PeraHealth, a US-based company, created the Rothman Index, a scoring system for overall patient health. It takes the data from EHRs, vitals, and lab results to assign a score. The tool provides clinicians with a visual dashboard that helps them monitor a patient’s condition in real time. Thanks to ML, doctors can determine if a patient needs their intervention. This ensures clinicians identify at-risk patients and note changes before they become life-threatening.

Using the Rothman Index, doctors can detect diseases early and enable better health outcomes (e.g., fewer patients being transferred to intensive care units). Yale-New Haven Health cut the mortality rate of their patients from sepsis by 29%. Meanwhile, Shannon Skilled Nursing Facility lowered hospital readmission rates by 14%.


  • Detecting diseases at early stages
  • Identifying high-risk patients
  • Personalizing treatment plans based on genetic and other data
  • Reducing readmission rates
For more inspiring projects in the healthcare industry, check out our portfolio.

Use Case 3. AI and Big Data in Drug Discovery

New drug discovery is an extremely complex and time-consuming process. It can take more than a decade—from finding a specific target associated with a particular disease to gaining regulatory approval. In addition, the cost of creating new drugs is increasing. It rose by 15% from 2021 to 2022, reaching $2.3 per drug on average.

Access to big data and AI capabilities can help researchers develop new drugs more effectively and in less time. Notably, the technology helps identify the most promising drug candidates. AI can screen libraries of compounds to predict their potential therapeutic effects. As a result, algorithms generate hypotheses for creating new medicines, helping researchers find the most promising drug candidates.

Moreover, these drug candidates can be tailored to specific patients. Take cancer as an example. Not all cancer drugs are effective for all patients. Genomic databases can help find links between genomic biomarkers and drug sensitivity in cancer. This allows patients to be matched with the most effective treatments for them.

AI and big data help researchers create safe drugs for different groups of patients. AI analyzes patient data like their genetic information, medical history, and lifestyle characteristics to predict how they would respond to drugs. This makes it possible to minimize side effects.


Real-Life Example

Innoplexus has created an AI platform that makes drug discovery easier. It collects large quantities of unstructured data from research, publications, and clinical trials. AI techniques help the solution process this data. For example, computer vision classifies and extracts relevant information from PDFs and images. Thanks to ML, the platform understands the context and learns over time. All the data is inputted into one dashboard.

The tool helps companies predict the outcome of clinical trials when creating new medicines. For example, the tool predicted that Biogen’s drug for Alzheimer’s disease would fail with 70–90% certainty. It was correct: the trial did fail. This reduced Biogen’s market value by almost a third. Taking the tool’s results into consideration can help companies better manage the risks associated with failed drug trials.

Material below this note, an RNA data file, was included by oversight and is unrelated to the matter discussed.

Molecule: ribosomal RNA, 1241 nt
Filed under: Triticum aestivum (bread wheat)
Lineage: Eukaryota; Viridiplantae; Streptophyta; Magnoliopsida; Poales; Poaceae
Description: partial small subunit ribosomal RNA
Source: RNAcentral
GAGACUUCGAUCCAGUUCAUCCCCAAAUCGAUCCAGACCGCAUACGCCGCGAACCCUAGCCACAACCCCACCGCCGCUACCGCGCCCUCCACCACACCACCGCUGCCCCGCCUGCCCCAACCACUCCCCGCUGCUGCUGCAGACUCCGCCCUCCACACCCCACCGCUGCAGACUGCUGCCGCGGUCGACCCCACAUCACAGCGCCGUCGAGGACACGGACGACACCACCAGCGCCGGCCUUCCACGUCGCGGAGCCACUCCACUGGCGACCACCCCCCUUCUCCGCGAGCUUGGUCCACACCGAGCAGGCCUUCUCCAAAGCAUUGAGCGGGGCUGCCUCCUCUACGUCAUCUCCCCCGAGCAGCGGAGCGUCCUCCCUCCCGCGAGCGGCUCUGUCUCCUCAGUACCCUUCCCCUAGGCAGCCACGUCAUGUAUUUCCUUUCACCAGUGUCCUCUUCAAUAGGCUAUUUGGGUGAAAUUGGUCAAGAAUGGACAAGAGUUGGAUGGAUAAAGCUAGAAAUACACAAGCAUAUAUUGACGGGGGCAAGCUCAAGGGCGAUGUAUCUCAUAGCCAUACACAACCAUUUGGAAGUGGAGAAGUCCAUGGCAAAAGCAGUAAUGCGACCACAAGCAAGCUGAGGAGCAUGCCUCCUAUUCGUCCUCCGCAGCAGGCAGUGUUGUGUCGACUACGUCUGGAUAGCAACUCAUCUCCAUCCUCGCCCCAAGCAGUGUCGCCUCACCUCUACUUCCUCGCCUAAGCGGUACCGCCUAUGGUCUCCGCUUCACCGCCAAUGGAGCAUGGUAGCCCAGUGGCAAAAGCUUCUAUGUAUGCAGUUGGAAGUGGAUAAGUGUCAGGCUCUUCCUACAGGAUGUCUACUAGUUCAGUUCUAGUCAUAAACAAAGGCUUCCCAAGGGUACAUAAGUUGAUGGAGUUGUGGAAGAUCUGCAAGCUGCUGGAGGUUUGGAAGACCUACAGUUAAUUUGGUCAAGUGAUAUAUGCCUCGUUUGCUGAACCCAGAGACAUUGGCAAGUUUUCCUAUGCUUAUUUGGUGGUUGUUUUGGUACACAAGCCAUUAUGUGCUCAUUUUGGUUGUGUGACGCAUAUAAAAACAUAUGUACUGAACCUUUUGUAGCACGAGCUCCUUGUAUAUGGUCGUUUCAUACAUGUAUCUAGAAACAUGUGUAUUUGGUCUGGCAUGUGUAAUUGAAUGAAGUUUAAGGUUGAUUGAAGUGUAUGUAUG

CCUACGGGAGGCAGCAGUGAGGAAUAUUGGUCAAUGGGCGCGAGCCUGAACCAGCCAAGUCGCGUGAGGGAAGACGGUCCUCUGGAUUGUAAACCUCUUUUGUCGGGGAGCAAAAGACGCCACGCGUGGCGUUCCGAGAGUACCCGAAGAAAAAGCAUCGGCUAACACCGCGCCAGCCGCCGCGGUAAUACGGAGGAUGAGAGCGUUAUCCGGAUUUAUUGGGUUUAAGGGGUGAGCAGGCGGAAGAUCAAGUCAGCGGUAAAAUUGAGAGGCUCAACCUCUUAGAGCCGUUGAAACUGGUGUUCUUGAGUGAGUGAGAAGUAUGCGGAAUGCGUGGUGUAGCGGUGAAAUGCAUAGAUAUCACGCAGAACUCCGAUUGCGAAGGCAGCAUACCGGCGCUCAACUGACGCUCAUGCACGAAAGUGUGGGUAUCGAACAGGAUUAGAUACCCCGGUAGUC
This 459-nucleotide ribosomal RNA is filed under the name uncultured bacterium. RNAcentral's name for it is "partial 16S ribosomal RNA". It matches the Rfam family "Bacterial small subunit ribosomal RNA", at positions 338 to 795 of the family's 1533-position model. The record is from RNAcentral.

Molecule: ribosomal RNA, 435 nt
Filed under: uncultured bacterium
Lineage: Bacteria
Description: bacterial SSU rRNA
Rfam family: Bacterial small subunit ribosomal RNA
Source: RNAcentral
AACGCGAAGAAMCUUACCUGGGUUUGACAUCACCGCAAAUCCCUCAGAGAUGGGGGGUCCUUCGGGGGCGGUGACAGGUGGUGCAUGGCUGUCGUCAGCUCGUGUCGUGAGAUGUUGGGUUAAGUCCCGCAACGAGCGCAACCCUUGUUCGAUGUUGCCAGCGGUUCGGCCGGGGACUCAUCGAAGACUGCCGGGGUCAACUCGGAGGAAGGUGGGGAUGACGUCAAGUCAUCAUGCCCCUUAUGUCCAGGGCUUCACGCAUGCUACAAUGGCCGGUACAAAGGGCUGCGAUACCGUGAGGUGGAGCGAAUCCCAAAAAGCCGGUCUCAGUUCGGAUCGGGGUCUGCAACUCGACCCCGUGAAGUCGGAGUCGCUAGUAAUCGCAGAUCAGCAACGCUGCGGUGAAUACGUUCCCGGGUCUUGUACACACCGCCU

• Speeding up drug discovery
  • Tailoring drugs for different groups of patients
  • Developing safer medicines
  • Reducing adverse effects for patients

Trends Driving AI and Big Data Applications in Healthcare

The demand for apps for precision medicine is growing fast. This can be traced back to several converging healthcare trends. The widespread availability of EHRs and genomic and other healthcare data has laid the groundwork. Coupled with this, rapid developments in AI and big data analytics made it possible to build these types of solutions. Meanwhile, the limitations and high costs of traditional healthcare methods have underscored the need for a more efficient approach. Let’s take a closer look.

The population is aging rapidly. In the US today, there are more than 54 million adults aged 65 and over (according to the US Census Bureau). This number will hit 71 million by 2030. As the population ages, the number of age-related diseases rises. These include cancer and cardiovascular disorders. Precision medicine has the potential to target and treat these diseases more effectively because it takes the unique characteristics of each patient into account. It can access data from gene sequencing, remote patient monitoring (RPM) devices, and clinical studies. This data also makes it possible to predict and diagnose diseases that are common in old age and diagnose them at earlier stages.

An increase in remote patient monitoring. RPM has become more widespread in recent years and has contributed to growing the pool of big data. With various types of wearable tech, clinicians can monitor a patient’s symptoms, vital signs, and whether or not they are taking their medication properly. AI is then used to process and analyze data generated by RPM systems to extract value and make predictions. As a result, clinicians can provide patients with data-rich medical care.

The spread of genetic testing. Genetic testing was expensive in the past, but it has become more affordable in recent years. For precision medicine, this is a positive trend, as many diseases have genetic links. Test results can identify genetic factors linked to various disorders, such as mutations. Genetic testing can also help doctors select better treatments and the right dose of medication for patients. Furthermore, screening for genetic diseases is key for preventative care.

Booming AI. The use of AI is rapidly expanding in the healthcare field. With more healthcare data available, algorithms are more commonly used. AI is helping with radiology, surgery, and vaccine research. For precision medicine, it can interpret human genomes and other biomarkers. This can help clinicians create personalized treatment plans for their patients.

Summing Up

The use of big data and AI in personalized medicine is transforming healthcare. With vast data and advanced algorithms, treatments can be tailored to each patient’s unique needs. This approach replaces the one-size-fits-all approach and makes therapies more precise and effective. It also brings opportunities for tech companies to innovate in healthcare. If you’re one of those companies and need a partner to leverage this niche, we’re here to help.